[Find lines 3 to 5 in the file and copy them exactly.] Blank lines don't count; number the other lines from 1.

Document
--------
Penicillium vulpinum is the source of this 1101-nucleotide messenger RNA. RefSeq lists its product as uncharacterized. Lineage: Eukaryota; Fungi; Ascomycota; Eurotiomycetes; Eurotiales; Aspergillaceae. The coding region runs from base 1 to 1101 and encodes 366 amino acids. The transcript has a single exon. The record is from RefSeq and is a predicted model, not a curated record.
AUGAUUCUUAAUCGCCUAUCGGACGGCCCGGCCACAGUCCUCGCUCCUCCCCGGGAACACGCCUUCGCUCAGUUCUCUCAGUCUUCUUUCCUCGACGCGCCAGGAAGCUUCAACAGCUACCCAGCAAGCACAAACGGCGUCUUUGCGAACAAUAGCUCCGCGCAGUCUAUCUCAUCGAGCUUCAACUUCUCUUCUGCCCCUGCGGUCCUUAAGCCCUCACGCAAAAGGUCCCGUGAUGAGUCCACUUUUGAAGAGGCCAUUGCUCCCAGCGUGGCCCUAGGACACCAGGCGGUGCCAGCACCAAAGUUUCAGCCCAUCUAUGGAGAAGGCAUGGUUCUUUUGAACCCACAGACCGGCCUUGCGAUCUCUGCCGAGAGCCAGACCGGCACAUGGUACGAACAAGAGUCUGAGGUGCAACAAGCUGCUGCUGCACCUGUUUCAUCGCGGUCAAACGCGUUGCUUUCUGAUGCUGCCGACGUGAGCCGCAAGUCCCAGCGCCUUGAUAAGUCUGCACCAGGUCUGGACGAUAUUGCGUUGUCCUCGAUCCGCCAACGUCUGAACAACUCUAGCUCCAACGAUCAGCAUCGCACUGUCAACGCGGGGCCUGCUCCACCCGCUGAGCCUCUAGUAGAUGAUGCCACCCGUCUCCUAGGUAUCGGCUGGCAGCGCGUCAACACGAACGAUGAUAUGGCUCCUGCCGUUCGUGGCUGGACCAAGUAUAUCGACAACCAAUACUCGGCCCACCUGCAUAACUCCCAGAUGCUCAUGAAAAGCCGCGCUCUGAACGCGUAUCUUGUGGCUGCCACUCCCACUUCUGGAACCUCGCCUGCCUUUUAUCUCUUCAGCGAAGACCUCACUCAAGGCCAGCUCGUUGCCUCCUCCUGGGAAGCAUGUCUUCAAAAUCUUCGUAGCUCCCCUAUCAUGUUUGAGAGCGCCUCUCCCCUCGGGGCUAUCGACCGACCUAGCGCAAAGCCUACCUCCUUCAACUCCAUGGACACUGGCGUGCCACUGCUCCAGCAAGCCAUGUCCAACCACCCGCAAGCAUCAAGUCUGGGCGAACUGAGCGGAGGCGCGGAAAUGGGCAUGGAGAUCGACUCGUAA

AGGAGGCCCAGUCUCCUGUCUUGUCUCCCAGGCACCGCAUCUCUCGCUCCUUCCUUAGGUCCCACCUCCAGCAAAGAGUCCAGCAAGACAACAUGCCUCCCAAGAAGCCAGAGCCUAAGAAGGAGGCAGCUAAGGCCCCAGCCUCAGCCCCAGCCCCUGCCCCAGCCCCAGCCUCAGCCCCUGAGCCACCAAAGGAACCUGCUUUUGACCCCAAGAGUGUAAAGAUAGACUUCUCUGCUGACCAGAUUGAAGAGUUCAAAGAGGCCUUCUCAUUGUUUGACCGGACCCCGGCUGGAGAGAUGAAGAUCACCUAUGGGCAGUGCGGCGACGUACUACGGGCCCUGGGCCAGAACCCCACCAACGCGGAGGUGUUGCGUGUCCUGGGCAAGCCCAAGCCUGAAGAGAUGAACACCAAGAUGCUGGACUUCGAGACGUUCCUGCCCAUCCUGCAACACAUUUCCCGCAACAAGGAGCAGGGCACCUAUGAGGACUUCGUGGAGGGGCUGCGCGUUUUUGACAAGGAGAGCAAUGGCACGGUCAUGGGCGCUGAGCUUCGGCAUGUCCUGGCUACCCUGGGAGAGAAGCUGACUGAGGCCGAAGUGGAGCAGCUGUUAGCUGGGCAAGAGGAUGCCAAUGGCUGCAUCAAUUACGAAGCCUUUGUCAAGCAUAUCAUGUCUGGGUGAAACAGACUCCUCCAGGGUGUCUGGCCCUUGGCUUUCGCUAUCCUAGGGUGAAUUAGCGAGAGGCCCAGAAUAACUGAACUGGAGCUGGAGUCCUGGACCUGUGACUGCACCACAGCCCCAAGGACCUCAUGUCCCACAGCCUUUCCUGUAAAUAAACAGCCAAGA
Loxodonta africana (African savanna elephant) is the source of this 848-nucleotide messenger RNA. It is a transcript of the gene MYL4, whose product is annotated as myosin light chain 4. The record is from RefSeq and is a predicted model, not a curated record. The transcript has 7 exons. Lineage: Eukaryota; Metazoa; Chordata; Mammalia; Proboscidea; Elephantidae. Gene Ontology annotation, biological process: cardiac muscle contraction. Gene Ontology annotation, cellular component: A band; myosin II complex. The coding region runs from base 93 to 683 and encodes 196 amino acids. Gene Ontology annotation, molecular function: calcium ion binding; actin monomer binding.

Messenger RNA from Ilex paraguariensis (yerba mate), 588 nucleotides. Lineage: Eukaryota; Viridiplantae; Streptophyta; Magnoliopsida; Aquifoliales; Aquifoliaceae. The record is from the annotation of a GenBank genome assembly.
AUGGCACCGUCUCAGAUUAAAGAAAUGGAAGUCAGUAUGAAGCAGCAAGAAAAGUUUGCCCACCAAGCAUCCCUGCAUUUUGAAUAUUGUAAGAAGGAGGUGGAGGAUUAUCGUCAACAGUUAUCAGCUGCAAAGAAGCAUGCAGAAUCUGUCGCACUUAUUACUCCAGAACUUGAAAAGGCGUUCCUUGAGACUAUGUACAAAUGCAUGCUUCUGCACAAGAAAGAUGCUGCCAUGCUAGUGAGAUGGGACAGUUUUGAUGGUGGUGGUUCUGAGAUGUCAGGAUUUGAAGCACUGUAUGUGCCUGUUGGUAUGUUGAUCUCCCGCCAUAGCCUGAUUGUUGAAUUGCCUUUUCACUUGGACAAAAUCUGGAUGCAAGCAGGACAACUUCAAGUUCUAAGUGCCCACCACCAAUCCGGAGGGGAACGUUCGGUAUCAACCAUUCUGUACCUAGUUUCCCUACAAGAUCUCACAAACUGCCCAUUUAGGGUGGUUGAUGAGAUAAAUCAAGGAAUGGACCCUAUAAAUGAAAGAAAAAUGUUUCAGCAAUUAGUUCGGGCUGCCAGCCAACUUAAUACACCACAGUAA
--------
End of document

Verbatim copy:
AGGAGGCCCAGUCUCCUGUCUUGUCUCCCAGGCACCGCAUCUCUCGCUCCUUCCUUAGGUCCCACCUCCAGCAAAGAGUCCAGCAAGACAACAUGCCUCCCAAGAAGCCAGAGCCUAAGAAGGAGGCAGCUAAGGCCCCAGCCUCAGCCCCAGCCCCUGCCCCAGCCCCAGCCUCAGCCCCUGAGCCACCAAAGGAACCUGCUUUUGACCCCAAGAGUGUAAAGAUAGACUUCUCUGCUGACCAGAUUGAAGAGUUCAAAGAGGCCUUCUCAUUGUUUGACCGGACCCCGGCUGGAGAGAUGAAGAUCACCUAUGGGCAGUGCGGCGACGUACUACGGGCCCUGGGCCAGAACCCCACCAACGCGGAGGUGUUGCGUGUCCUGGGCAAGCCCAAGCCUGAAGAGAUGAACACCAAGAUGCUGGACUUCGAGACGUUCCUGCCCAUCCUGCAACACAUUUCCCGCAACAAGGAGCAGGGCACCUAUGAGGACUUCGUGGAGGGGCUGCGCGUUUUUGACAAGGAGAGCAAUGGCACGGUCAUGGGCGCUGAGCUUCGGCAUGUCCUGGCUACCCUGGGAGAGAAGCUGACUGAGGCCGAAGUGGAGCAGCUGUUAGCUGGGCAAGAGGAUGCCAAUGGCUGCAUCAAUUACGAAGCCUUUGUCAAGCAUAUCAUGUCUGGGUGAAACAGACUCCUCCAGGGUGUCUGGCCCUUGGCUUUCGCUAUCCUAGGGUGAAUUAGCGAGAGGCCCAGAAUAACUGAACUGGAGCUGGAGUCCUGGACCUGUGACUGCACCACAGCCCCAAGGACCUCAUGUCCCACAGCCUUUCCUGUAAAUAAACAGCCAAGA
Loxodonta africana (African savanna elephant) is the source of this 848-nucleotide messenger RNA. It is a transcript of the gene MYL4, whose product is annotated as myosin light chain 4. The record is from RefSeq and is a predicted model, not a curated record. The transcript has 7 exons. Lineage: Eukaryota; Metazoa; Chordata; Mammalia; Proboscidea; Elephantidae. Gene Ontology annotation, biological process: cardiac muscle contraction. Gene Ontology annotation, cellular component: A band; myosin II complex. The coding region runs from base 93 to 683 and encodes 196 amino acids. Gene Ontology annotation, molecular function: calcium ion binding; actin monomer binding.

Messenger RNA from Ilex paraguariensis (yerba mate), 588 nucleotides. Lineage: Eukaryota; Viridiplantae; Streptophyta; Magnoliopsida; Aquifoliales; Aquifoliaceae. The record is from the annotation of a GenBank genome assembly.